Which Joe gave his name to ‘sloppy joes’? We look at five interesting sandwiches and their lexical origins.
Another name for giant reed.See also giant reed
- ‘The easy way to harvest wild cane is to chop the long stems off at the base, and carry a bundle of long canes home over the shoulder, where they can be cut into smaller pieces and shared out to chew on under shelter as the wet season rains beat down.’
- ‘And when he left he took an egg, which grew into a snake, and some wild cane which grew into a snake.’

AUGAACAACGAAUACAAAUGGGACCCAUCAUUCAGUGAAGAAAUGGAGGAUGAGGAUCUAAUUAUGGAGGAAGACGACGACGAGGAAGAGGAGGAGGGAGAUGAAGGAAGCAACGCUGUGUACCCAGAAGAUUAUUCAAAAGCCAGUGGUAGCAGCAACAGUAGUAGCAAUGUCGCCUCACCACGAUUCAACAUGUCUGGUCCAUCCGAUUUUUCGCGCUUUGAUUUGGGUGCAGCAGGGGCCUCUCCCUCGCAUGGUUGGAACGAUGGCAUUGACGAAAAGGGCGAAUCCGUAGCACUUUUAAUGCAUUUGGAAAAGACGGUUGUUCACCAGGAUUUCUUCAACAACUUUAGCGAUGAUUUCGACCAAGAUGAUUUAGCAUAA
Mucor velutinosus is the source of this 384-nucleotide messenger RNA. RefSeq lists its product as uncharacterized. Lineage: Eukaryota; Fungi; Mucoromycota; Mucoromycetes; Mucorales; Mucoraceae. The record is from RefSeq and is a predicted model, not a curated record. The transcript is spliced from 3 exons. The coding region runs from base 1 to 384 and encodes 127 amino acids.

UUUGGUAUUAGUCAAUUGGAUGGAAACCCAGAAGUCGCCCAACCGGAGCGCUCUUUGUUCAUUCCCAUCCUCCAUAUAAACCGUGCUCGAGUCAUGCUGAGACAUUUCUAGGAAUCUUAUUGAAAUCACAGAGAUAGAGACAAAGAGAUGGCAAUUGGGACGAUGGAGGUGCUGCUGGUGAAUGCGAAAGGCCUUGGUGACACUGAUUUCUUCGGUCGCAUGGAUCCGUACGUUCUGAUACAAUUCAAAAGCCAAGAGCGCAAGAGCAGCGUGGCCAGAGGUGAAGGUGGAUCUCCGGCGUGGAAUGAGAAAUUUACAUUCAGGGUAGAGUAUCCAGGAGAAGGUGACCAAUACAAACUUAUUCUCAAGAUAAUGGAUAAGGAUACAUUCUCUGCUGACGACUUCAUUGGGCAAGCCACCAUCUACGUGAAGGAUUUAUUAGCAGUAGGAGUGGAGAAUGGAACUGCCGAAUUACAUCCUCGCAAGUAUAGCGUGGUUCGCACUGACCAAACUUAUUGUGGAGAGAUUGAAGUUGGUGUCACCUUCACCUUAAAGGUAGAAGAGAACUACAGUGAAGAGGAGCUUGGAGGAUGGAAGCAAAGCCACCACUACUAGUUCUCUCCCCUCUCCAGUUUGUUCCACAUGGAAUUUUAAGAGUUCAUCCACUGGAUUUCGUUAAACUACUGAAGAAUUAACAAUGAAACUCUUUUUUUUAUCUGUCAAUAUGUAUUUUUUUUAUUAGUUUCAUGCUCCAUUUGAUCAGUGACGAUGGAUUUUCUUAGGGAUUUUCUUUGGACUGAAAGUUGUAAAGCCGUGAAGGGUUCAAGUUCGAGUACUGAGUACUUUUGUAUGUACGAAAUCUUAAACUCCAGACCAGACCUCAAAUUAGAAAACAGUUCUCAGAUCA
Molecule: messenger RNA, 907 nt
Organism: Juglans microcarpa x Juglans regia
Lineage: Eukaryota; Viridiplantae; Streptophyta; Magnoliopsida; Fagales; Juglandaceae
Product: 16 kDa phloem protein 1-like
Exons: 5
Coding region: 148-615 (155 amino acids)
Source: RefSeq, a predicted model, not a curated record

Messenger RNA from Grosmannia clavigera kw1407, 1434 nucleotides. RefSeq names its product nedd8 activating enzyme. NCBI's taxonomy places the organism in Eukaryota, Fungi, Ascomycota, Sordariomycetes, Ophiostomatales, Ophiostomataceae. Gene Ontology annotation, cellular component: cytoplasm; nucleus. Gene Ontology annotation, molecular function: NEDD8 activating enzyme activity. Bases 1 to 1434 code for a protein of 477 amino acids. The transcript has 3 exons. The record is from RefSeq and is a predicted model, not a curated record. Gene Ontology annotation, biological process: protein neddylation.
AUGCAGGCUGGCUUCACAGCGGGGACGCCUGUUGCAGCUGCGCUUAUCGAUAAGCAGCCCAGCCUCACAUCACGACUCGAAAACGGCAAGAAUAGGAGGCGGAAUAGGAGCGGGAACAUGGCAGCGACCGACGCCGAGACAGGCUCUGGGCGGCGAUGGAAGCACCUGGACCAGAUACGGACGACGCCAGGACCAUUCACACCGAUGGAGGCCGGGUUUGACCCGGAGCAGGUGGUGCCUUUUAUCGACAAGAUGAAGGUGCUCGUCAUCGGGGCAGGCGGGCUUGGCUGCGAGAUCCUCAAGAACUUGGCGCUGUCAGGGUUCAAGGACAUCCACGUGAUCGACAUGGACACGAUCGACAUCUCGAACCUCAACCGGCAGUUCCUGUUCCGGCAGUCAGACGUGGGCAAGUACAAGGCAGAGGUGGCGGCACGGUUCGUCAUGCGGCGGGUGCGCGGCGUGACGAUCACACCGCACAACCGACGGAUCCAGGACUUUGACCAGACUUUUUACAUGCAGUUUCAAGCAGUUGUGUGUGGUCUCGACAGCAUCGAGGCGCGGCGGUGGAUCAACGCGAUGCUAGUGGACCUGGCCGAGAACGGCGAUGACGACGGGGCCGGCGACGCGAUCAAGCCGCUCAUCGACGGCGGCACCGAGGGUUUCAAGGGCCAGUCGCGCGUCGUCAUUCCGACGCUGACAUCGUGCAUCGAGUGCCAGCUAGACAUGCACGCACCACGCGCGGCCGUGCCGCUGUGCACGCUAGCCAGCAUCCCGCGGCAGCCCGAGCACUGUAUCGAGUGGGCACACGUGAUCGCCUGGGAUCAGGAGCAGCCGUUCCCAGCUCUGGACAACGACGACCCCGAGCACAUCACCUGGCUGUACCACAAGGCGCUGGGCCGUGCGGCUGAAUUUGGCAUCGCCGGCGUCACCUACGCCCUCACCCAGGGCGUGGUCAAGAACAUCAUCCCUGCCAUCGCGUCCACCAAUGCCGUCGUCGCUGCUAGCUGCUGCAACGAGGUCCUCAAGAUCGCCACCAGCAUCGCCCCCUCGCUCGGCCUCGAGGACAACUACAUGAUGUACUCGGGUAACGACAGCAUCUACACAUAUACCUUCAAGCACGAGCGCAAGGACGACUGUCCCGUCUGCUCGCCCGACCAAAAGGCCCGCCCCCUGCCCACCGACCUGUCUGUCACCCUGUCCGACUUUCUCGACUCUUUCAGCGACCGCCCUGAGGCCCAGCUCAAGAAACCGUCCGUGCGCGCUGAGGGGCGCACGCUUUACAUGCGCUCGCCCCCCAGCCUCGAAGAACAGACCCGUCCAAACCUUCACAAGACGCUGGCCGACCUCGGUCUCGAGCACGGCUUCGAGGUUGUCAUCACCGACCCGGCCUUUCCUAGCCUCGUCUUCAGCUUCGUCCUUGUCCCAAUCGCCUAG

- ‘The lodge is constructed from local clay and wild cane and roofed with palm fronds.’
- ‘Barkulkul left bearing not indigenous food (as in the first version) but regenerative signs (soil enclosed in a wild kava leaf and eggs and wild cane which turned into snakes) and those things which would return later as European goods.’
We take a look at several popular, though confusing, punctuation marks.
From Afghanistan to Zimbabwe, discover surprising and intriguing language facts from around the globe.
The definitions of ‘buddy’ and ‘bro’ in the OED have recently been revised. We explore their history and increase in popularity.